But they did. And by forcing myself to focus on the positive, I began to feel it.

And the neighbours must have felt it too. They stopped and read them silently to themselves. They read them aloud to their children. They laughed. They came by every day specifically to read the next instalment.

And I listened to them from the shed and smiled.

On Saturday I took them all down—symbolically freeing us from lockdown.

On Sunday I found this lovely note pinned to the gate. I’m still smiling.

They say you reap what you sow. Well, I’ve harvested two months of smiles from those silly poems. Almost makes me want to go back into lockdown and do it all again …

Or maybe not …

Pandemic Poetry: Poem of the Day, May 12-13 2020

Again, I was so busy yesterday between work and painting, I didn’t get the poem up. So here are two at once.

The last two.

Tomorrow, we will shift to Level 2, in which most of us will go back to work and school. We’ll be able to meet with friends (in small numbers and with appropriate social distancing), and buy things in shops rather than online. Our classrooms and workplaces will look different, feel different. We will be nervous, excited, relieved, frightened …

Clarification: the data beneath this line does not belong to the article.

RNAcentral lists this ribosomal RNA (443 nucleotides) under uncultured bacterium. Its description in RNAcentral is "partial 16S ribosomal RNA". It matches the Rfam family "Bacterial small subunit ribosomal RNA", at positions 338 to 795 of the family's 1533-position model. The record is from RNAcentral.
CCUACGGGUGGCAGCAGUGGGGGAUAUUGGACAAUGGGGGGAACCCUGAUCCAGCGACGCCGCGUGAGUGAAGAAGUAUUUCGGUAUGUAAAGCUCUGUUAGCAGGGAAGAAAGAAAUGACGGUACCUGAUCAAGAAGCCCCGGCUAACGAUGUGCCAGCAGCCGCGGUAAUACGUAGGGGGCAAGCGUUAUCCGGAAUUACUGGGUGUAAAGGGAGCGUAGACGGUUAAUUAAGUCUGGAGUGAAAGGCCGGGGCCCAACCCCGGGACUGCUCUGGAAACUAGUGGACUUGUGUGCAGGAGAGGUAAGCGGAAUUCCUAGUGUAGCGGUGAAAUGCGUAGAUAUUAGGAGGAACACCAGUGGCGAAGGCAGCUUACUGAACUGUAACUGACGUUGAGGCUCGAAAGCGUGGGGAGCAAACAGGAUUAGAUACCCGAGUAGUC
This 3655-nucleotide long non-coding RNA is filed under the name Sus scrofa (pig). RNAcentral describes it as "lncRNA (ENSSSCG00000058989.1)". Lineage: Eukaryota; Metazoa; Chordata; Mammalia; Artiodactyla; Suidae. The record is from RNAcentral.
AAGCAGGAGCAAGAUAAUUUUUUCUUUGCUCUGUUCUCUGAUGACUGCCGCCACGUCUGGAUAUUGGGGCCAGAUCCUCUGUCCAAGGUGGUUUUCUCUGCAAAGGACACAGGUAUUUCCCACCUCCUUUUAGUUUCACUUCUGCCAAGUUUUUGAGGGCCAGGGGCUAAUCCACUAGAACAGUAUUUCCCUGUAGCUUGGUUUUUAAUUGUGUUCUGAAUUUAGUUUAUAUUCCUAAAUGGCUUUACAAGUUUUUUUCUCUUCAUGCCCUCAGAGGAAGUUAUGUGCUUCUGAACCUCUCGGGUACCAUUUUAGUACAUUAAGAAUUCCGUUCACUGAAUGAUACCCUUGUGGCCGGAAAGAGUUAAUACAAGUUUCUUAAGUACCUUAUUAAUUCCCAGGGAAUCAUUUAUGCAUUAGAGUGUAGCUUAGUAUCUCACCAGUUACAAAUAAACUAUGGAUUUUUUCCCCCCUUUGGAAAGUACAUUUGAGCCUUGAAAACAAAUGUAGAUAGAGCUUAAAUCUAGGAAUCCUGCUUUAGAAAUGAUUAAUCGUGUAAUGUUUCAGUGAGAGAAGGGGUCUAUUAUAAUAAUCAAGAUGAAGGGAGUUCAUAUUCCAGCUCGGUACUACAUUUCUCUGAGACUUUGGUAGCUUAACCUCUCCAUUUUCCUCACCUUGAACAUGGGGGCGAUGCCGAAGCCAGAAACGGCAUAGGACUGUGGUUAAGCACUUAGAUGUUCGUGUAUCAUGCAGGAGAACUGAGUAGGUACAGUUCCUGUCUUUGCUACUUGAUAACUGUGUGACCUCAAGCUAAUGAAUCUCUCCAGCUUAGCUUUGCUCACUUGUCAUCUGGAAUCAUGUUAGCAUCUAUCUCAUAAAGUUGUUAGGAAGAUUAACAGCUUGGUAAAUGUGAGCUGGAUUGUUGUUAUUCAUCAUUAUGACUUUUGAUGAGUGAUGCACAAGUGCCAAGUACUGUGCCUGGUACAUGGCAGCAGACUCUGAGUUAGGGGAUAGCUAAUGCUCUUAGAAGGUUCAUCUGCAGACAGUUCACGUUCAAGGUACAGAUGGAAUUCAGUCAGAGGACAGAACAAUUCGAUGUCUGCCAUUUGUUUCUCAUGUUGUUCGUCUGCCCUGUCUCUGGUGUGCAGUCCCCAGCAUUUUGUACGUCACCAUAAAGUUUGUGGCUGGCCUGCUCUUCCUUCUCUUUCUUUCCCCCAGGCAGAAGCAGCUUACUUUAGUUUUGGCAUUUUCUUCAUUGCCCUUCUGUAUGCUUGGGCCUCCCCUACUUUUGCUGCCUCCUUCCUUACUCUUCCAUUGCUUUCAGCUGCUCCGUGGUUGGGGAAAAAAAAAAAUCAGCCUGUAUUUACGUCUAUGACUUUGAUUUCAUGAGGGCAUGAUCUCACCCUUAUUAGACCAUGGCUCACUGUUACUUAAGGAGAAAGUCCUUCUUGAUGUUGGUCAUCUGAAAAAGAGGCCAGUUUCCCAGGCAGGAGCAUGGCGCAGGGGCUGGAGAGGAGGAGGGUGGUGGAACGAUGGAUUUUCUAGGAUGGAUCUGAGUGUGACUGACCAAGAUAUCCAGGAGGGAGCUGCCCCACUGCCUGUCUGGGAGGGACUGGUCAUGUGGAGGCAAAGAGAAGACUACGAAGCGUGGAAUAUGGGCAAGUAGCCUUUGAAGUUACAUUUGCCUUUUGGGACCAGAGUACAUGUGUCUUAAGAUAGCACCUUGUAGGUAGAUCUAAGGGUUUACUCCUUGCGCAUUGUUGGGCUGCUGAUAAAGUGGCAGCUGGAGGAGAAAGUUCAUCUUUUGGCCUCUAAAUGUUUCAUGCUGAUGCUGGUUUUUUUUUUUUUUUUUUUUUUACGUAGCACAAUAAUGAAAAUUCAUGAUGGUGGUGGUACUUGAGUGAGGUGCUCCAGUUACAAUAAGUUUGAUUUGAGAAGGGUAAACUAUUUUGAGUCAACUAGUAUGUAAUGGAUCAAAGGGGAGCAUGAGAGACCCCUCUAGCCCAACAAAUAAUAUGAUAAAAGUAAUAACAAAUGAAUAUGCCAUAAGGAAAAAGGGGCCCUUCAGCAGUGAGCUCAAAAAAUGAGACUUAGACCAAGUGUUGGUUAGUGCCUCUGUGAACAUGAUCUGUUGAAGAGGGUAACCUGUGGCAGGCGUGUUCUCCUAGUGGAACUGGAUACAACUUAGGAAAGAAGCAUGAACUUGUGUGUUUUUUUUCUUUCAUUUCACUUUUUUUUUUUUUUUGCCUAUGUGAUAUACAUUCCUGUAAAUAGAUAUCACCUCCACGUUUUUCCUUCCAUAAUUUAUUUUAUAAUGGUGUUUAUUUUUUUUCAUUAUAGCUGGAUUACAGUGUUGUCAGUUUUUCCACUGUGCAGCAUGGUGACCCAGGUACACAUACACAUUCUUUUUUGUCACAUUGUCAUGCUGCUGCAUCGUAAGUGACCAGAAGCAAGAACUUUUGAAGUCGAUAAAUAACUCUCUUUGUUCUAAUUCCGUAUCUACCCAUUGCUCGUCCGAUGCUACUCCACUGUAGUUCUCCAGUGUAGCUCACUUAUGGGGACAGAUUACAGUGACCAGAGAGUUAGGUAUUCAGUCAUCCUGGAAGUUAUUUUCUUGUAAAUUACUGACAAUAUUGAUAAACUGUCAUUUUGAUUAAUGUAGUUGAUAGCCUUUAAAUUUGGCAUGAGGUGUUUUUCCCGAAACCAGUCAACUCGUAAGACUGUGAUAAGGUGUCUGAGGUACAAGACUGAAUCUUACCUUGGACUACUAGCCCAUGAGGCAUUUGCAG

But right now I have to say I’m damned proud of this nation and the heroic team effort that has gotten us to this point. There’s a long way to go before the virus is beaten, but the amazing leadership (and followers-ship) we’ve seen in New Zealand has saved lives and jobs–we only have to look abroad to see what we might have experienced without the swift and dramatic response we took.

Ka pai, Aotearoa! Go out there tomorrow and enjoy yourselves. Be safe, keep your distance, and wash your hands! Kia kaha!

Pandemic Poetry: Poem of the Day 9-11 May 2020


I’ve been so busy painting the new house, I haven’t gotten the weekend’s poems posted here, so here are three days’ worth.

Today, we’ll learn whether we’re moving to Level 2, in which most everyone will go back to work and school. It will be a big, and somewhat nerve-wracking move if we do. But it’s been amazing what Kiwis have done the past six weeks–the amount of teamwork, dedication and aroha they’ve shown has been inspiring. Ka pai!